Globosa Nana

Globosa Nana


Description: Globosa Nana Hinoki Cypress is a slow-growing evergreen shrub with a dense, rounded, globe-shaped form. Its foliage consists of flattened sprays of scale-like leaves that are arranged in overlapping layers, giving the plant a distinctive and attractive texture. The foliage color ranges from dark green to bluish-green, providing year-round interest in the landscape. This variety is prized for its compact size and neat, symmetrical growth habit.

Size: Globosa Nana Hinoki Cypress is a dwarf variety, typically reaching a mature size of about 3 to 4 feet (0.9 to 1.2 meters) in height and width. However, its growth rate is slow, and it may take several years to reach full maturity. The compact size and rounded shape make it an ideal choice for small gardens, rockeries, borders, and container plantings.

Growing Zones: Globosa Nana Hinoki Cypress is hardy in USDA plant hardiness zones 5 through 8, although its exact cold hardiness may vary depending on local climate conditions and microclimates. These zones encompass regions with cool to moderate temperatures and relatively mild winters. Hinoki Cypress generally prefer climates with cool summers and mild winters, though they can tolerate a range of conditions, including heat and humidity.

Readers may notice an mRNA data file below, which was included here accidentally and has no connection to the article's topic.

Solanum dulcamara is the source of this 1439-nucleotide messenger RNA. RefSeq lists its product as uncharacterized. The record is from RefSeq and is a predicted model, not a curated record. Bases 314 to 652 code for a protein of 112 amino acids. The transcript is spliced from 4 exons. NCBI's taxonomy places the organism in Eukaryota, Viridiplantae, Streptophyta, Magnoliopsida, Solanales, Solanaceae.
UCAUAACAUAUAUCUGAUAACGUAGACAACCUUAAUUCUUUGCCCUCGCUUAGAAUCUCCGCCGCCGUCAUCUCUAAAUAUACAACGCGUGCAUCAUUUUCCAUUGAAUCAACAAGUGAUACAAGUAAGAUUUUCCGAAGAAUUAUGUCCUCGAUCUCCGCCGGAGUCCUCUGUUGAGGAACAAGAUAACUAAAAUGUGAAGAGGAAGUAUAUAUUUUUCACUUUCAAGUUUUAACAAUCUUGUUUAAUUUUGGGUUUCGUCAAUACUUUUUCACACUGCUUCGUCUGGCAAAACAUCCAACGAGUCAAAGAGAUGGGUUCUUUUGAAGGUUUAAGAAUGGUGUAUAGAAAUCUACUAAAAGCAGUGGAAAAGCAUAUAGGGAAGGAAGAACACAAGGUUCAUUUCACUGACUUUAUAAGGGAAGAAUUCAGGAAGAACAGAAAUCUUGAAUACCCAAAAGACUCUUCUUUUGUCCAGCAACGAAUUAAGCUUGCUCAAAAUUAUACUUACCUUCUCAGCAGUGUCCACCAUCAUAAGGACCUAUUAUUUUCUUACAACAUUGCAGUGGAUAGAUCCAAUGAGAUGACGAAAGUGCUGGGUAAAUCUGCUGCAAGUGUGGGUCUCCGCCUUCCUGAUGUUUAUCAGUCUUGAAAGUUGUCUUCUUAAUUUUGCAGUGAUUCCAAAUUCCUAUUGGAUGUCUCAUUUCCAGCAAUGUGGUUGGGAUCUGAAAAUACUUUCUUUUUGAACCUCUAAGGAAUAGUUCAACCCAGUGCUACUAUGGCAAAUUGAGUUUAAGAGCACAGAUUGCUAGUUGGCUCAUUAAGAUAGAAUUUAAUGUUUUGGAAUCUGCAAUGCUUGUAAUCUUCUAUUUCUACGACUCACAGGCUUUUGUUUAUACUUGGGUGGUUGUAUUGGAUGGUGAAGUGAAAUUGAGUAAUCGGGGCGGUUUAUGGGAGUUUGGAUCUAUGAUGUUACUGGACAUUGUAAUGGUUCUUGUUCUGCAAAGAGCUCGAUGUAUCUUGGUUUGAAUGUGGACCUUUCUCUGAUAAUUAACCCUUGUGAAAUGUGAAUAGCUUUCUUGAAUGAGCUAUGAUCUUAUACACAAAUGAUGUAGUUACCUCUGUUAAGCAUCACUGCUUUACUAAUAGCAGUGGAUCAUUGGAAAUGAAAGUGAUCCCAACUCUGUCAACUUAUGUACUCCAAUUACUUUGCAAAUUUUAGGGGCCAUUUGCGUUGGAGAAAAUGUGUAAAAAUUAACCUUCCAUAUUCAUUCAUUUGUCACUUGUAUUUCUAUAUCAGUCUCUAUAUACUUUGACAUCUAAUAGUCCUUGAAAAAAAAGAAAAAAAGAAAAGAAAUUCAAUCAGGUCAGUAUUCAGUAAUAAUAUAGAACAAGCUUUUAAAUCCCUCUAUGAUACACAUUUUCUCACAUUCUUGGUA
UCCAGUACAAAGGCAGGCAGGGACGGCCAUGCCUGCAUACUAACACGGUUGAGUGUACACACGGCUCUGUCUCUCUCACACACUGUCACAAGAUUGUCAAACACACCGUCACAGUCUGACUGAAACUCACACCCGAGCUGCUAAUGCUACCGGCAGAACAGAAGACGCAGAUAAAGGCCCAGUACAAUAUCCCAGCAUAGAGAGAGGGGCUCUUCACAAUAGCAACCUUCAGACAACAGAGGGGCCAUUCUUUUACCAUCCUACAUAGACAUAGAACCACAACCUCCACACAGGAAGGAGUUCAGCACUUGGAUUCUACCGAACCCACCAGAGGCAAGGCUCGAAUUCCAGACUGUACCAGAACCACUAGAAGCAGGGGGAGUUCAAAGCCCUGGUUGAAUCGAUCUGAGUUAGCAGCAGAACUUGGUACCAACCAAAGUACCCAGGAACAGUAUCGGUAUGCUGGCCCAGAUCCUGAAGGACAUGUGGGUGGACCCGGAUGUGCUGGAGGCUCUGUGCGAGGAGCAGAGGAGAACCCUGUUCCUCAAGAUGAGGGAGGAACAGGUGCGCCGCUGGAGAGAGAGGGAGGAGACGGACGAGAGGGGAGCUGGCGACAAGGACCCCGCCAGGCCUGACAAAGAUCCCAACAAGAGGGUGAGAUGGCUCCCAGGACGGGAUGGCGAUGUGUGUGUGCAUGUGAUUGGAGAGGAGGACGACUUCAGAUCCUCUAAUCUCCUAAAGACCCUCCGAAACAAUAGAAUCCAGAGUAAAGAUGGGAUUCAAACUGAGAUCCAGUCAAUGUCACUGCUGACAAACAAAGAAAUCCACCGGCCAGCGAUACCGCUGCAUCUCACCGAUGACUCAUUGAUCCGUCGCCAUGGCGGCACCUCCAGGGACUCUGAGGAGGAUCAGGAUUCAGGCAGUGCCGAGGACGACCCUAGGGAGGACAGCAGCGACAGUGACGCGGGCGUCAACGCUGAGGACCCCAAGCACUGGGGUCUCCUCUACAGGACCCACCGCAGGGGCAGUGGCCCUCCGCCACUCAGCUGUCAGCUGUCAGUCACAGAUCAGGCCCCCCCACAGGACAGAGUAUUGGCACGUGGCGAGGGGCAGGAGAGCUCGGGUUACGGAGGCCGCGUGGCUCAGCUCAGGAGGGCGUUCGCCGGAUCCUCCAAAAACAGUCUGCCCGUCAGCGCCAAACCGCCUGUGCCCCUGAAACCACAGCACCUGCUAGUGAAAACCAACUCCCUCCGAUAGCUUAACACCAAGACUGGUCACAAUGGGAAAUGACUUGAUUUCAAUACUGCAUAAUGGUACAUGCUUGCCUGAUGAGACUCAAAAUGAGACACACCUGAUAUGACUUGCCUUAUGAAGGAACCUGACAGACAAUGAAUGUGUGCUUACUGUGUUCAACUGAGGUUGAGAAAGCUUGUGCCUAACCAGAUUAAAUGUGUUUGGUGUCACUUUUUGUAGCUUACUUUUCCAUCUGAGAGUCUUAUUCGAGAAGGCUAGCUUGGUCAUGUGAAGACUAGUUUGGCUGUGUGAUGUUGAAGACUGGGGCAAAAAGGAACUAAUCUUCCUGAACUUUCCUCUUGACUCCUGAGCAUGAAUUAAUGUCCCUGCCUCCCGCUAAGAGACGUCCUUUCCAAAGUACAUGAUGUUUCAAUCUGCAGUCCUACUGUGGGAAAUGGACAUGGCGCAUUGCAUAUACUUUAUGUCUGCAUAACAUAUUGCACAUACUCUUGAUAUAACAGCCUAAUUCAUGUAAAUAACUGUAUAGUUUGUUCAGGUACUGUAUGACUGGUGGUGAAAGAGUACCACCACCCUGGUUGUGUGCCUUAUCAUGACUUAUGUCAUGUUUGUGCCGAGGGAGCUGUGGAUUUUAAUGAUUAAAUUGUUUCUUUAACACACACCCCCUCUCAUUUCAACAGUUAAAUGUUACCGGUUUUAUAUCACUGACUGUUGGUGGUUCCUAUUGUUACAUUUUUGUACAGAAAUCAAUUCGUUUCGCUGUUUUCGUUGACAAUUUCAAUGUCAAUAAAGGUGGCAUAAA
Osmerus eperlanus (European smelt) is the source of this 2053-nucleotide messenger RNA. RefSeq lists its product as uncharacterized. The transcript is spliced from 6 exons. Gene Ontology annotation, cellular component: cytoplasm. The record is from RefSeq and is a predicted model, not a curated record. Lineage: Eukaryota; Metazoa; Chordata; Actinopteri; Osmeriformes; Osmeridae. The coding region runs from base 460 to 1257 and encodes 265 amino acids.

Light Requirements: Globosa Nana Hinoki Cypress thrives in full sun to partial shade. It prefers at least 6 hours of direct sunlight per day to maintain its compact growth habit and vibrant foliage color. However, it can tolerate some shade, especially in hot climates or during the afternoon sun.

Soil Requirements: Hinoki Cypress prefer moist, well-drained soil with good fertility. They are adaptable to a variety of soil types, including loamy, sandy, or clay soils, as long as they are well-drained. Amending the soil with organic matter such as compost can help improve soil structure and moisture retention, promoting healthy growth.

Watering: Hinoki Cypress have moderate water needs and prefer consistently moist soil. They should be watered regularly, especially during hot, dry periods or when grown in containers. However, they are sensitive to waterlogged conditions and may develop root rot if the soil remains excessively wet for extended periods. Watering frequency may vary depending on factors such as temperature, humidity, and soil type.

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